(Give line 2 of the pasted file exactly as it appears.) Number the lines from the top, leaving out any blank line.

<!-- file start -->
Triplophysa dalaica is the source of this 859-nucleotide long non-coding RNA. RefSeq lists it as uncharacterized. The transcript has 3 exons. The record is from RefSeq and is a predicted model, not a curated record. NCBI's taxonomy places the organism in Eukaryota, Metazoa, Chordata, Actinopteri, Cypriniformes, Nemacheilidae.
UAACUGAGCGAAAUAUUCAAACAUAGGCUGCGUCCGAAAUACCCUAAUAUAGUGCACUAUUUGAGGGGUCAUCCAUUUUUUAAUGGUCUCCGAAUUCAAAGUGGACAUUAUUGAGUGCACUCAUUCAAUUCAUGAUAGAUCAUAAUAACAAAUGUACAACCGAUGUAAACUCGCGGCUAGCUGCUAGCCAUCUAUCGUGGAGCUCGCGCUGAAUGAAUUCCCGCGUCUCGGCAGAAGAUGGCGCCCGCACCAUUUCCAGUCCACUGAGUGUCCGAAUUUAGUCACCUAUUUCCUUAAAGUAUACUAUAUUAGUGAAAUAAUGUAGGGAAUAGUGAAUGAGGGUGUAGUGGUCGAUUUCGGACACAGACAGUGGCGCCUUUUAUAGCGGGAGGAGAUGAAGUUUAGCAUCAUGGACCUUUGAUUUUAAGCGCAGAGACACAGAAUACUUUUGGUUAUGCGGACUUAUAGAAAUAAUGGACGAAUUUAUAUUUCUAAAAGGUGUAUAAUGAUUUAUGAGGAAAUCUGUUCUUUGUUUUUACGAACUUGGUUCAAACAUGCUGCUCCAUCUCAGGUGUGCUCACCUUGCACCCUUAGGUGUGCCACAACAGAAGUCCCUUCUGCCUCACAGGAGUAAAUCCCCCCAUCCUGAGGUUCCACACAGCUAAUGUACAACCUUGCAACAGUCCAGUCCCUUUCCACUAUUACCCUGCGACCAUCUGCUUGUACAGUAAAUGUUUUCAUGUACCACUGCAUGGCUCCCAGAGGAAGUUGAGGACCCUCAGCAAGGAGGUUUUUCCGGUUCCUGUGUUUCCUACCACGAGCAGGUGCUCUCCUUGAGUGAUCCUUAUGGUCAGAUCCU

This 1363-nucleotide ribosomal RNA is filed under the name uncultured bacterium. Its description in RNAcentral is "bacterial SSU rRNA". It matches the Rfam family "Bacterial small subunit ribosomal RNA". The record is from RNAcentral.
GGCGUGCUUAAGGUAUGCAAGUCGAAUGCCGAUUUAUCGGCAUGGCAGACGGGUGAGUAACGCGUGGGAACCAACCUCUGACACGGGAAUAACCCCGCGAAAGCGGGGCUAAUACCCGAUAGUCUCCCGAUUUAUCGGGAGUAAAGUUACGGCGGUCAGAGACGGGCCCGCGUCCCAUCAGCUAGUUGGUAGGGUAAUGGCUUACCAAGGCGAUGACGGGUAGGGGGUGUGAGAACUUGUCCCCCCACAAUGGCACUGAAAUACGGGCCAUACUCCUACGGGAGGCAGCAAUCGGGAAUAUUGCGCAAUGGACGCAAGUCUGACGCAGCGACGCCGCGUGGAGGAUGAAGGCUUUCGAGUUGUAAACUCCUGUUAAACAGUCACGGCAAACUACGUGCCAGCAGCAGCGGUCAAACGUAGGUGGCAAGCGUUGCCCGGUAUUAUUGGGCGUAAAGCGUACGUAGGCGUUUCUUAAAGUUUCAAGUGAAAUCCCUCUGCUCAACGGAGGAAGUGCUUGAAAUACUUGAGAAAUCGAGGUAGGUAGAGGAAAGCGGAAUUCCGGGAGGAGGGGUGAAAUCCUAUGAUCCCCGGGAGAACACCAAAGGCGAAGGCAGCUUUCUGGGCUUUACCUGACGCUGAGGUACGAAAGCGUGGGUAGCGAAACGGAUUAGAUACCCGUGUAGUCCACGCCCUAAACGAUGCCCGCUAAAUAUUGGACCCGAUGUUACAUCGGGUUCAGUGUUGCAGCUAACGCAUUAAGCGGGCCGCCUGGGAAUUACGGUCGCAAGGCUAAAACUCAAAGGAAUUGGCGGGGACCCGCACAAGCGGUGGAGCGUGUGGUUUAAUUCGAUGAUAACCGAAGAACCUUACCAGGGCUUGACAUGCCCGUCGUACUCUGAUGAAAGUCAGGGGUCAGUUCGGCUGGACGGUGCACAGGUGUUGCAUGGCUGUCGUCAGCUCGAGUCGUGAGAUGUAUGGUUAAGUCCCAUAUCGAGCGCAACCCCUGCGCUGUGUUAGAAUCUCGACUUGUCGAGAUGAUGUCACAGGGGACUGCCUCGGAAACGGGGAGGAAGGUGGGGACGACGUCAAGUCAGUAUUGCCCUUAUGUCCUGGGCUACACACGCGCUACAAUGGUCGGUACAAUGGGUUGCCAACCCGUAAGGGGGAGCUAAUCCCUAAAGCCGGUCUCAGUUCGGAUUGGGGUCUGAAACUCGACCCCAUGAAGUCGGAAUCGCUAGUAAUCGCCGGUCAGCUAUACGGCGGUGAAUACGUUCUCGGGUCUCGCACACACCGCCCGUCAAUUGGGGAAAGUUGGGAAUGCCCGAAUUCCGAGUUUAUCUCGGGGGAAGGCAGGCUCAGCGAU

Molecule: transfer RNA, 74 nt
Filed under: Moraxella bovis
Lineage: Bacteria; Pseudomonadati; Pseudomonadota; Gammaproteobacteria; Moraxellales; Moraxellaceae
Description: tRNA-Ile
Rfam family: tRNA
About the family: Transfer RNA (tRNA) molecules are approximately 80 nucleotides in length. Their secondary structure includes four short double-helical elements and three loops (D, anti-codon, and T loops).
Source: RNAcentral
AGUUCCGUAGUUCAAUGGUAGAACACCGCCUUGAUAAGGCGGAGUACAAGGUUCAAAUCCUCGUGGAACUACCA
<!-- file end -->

UAACUGAGCGAAAUAUUCAAACAUAGGCUGCGUCCGAAAUACCCUAAUAUAGUGCACUAUUUGAGGGGUCAUCCAUUUUUUAAUGGUCUCCGAAUUCAAAGUGGACAUUAUUGAGUGCACUCAUUCAAUUCAUGAUAGAUCAUAAUAACAAAUGUACAACCGAUGUAAACUCGCGGCUAGCUGCUAGCCAUCUAUCGUGGAGCUCGCGCUGAAUGAAUUCCCGCGUCUCGGCAGAAGAUGGCGCCCGCACCAUUUCCAGUCCACUGAGUGUCCGAAUUUAGUCACCUAUUUCCUUAAAGUAUACUAUAUUAGUGAAAUAAUGUAGGGAAUAGUGAAUGAGGGUGUAGUGGUCGAUUUCGGACACAGACAGUGGCGCCUUUUAUAGCGGGAGGAGAUGAAGUUUAGCAUCAUGGACCUUUGAUUUUAAGCGCAGAGACACAGAAUACUUUUGGUUAUGCGGACUUAUAGAAAUAAUGGACGAAUUUAUAUUUCUAAAAGGUGUAUAAUGAUUUAUGAGGAAAUCUGUUCUUUGUUUUUACGAACUUGGUUCAAACAUGCUGCUCCAUCUCAGGUGUGCUCACCUUGCACCCUUAGGUGUGCCACAACAGAAGUCCCUUCUGCCUCACAGGAGUAAAUCCCCCCAUCCUGAGGUUCCACACAGCUAAUGUACAACCUUGCAACAGUCCAGUCCCUUUCCACUAUUACCCUGCGACCAUCUGCUUGUACAGUAAAUGUUUUCAUGUACCACUGCAUGGCUCCCAGAGGAAGUUGAGGACCCUCAGCAAGGAGGUUUUUCCGGUUCCUGUGUUUCCUACCACGAGCAGGUGCUCUCCUUGAGUGAUCCUUAUGGUCAGAUCCU